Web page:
When one cuts through the bureaucratic verbiage, a strong message emerges: 401(k) funds, particularly the funds of younger participants, should be invested in common stocks . . . .
Surveying the wreckage of the Crash of 2008, this looks like misguided paternalism. Many investors who buy common stocks in the current bearish environment are likely do well in the long run. But, as they say, past performance is no guarantee of future success. And some, particularly smaller investors, may sincerely and (from today’s perspective) rationally prefer to avoid the volatility associated with common stocks . . . .
Before the Crash of 2008, such paternalism looked plausible. At an as yet unknown date in the future, such paternalism may look plausible again. Today, it looks misguided.
Right on point and yet another way of diminishing the on-slaught of ERISA stock-drop litigation associated with the 2008 Crash. Less owned common stock, less pain felt by employee-participants, and less possible stock-drop litigation.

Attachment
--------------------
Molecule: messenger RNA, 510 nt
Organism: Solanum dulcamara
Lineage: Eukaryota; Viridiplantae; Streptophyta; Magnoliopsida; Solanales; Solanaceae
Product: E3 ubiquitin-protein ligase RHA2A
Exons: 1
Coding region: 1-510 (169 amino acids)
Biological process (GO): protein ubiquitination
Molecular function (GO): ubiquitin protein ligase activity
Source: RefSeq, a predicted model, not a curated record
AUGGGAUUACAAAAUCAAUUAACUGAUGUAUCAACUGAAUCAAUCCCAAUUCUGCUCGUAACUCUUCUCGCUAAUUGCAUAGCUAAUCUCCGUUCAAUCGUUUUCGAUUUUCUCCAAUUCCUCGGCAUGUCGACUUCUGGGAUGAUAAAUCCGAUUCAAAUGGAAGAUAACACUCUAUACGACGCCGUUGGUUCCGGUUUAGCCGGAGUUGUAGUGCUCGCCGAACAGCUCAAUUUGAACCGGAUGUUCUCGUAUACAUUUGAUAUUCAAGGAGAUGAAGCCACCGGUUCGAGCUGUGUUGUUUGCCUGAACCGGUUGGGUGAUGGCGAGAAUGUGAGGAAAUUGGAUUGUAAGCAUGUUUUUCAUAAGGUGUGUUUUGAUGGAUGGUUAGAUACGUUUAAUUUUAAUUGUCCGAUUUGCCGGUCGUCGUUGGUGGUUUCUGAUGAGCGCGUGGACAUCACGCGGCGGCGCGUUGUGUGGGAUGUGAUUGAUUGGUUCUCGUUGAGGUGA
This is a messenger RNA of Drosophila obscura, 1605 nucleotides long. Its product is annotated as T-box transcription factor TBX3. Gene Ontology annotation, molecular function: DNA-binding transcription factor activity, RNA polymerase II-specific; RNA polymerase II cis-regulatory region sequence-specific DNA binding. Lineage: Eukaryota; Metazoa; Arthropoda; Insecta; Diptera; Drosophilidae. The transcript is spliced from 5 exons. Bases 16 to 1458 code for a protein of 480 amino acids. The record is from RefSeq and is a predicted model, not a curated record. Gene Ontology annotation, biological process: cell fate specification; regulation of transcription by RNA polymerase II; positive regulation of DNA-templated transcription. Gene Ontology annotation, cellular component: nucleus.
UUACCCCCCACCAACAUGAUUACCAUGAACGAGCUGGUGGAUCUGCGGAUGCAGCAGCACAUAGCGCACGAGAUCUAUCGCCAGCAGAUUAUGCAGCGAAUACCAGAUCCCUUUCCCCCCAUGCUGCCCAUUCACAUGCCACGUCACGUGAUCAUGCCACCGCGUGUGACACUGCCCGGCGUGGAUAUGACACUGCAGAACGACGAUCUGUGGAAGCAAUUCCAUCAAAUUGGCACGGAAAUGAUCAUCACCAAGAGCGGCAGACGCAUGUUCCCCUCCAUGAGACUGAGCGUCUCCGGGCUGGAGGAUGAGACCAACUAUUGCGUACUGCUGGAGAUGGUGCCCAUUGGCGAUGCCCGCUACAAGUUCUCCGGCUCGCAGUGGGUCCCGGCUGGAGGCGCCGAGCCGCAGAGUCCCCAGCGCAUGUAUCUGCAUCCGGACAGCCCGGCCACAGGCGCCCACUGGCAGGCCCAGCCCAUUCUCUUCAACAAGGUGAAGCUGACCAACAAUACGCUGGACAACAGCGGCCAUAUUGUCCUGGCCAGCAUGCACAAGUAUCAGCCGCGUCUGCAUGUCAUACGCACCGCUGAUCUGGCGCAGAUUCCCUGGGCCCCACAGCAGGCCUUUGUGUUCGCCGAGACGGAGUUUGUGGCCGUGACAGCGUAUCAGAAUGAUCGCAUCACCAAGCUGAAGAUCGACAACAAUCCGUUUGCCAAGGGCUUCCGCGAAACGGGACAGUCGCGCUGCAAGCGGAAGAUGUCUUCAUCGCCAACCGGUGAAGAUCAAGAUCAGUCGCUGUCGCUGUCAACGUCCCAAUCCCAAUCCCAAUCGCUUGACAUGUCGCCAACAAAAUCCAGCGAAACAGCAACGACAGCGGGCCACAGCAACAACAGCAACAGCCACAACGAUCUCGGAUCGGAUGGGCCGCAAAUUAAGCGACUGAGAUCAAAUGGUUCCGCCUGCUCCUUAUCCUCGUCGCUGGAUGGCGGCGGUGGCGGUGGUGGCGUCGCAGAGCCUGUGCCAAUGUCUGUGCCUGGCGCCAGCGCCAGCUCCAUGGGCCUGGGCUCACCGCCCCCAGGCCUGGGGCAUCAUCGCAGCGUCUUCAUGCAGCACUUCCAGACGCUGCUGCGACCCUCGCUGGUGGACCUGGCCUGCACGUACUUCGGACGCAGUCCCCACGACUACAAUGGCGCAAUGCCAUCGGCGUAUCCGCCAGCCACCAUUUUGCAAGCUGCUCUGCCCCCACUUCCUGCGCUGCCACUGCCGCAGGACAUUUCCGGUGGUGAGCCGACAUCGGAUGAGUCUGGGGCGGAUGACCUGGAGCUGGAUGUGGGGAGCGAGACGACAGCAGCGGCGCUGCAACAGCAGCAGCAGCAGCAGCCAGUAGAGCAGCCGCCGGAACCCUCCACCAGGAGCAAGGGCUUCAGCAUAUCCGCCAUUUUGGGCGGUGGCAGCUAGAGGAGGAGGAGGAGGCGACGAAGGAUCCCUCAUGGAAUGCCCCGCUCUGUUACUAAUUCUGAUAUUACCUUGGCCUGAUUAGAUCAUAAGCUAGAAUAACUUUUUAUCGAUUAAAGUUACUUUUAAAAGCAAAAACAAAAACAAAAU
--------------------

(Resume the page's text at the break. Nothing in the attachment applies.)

Furthermore, I think there is an important lesson that can be drawn from the securities class action lawsuits of yore and the Contract with America response to it, the Private Securities Litigation Relief Act of 1995 (PSLRA). The PSLRA response to lawyer-driven lawsuits was almost the complete elimination of private attorney generals to regulate the financial industry. The Enron debacle was egg on Congress' face and led to the passage of Sarbanes-Oxley in 2002. SOX has proven largely ineffective in cleaning up the mess because it largely relies on internal stuctures of self-regulation. Hence, the crash of 2008.